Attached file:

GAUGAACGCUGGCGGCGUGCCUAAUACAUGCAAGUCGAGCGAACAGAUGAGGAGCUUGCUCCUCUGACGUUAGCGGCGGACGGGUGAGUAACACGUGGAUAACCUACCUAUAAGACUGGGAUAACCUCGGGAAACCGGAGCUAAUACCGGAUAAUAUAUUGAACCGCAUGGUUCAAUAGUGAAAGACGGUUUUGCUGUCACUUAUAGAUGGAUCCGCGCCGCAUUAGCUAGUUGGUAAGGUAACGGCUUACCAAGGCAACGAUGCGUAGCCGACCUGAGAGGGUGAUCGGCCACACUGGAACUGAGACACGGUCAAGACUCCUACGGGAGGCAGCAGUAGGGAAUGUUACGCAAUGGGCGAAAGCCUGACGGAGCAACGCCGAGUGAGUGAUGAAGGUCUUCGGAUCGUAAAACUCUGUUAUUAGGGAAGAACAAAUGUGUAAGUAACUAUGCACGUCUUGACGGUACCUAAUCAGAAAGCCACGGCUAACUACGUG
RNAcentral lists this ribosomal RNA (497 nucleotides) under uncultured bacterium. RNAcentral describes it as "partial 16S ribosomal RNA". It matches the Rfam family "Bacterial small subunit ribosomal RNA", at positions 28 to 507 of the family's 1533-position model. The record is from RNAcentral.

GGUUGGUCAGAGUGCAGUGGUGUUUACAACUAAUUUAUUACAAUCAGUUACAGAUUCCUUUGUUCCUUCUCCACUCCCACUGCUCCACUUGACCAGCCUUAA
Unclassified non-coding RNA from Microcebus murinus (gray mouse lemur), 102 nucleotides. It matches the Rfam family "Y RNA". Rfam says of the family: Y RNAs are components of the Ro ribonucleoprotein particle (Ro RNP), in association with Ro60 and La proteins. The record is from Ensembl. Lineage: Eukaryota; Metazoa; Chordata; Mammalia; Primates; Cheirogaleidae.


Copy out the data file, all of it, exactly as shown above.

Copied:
GAUGAACGCUGGCGGCGUGCCUAAUACAUGCAAGUCGAGCGAACAGAUGAGGAGCUUGCUCCUCUGACGUUAGCGGCGGACGGGUGAGUAACACGUGGAUAACCUACCUAUAAGACUGGGAUAACCUCGGGAAACCGGAGCUAAUACCGGAUAAUAUAUUGAACCGCAUGGUUCAAUAGUGAAAGACGGUUUUGCUGUCACUUAUAGAUGGAUCCGCGCCGCAUUAGCUAGUUGGUAAGGUAACGGCUUACCAAGGCAACGAUGCGUAGCCGACCUGAGAGGGUGAUCGGCCACACUGGAACUGAGACACGGUCAAGACUCCUACGGGAGGCAGCAGUAGGGAAUGUUACGCAAUGGGCGAAAGCCUGACGGAGCAACGCCGAGUGAGUGAUGAAGGUCUUCGGAUCGUAAAACUCUGUUAUUAGGGAAGAACAAAUGUGUAAGUAACUAUGCACGUCUUGACGGUACCUAAUCAGAAAGCCACGGCUAACUACGUG
RNAcentral lists this ribosomal RNA (497 nucleotides) under uncultured bacterium. RNAcentral describes it as "partial 16S ribosomal RNA". It matches the Rfam family "Bacterial small subunit ribosomal RNA", at positions 28 to 507 of the family's 1533-position model. The record is from RNAcentral.

GGUUGGUCAGAGUGCAGUGGUGUUUACAACUAAUUUAUUACAAUCAGUUACAGAUUCCUUUGUUCCUUCUCCACUCCCACUGCUCCACUUGACCAGCCUUAA
Unclassified non-coding RNA from Microcebus murinus (gray mouse lemur), 102 nucleotides. It matches the Rfam family "Y RNA". Rfam says of the family: Y RNAs are components of the Ro ribonucleoprotein particle (Ro RNP), in association with Ro60 and La proteins. The record is from Ensembl. Lineage: Eukaryota; Metazoa; Chordata; Mammalia; Primates; Cheirogaleidae.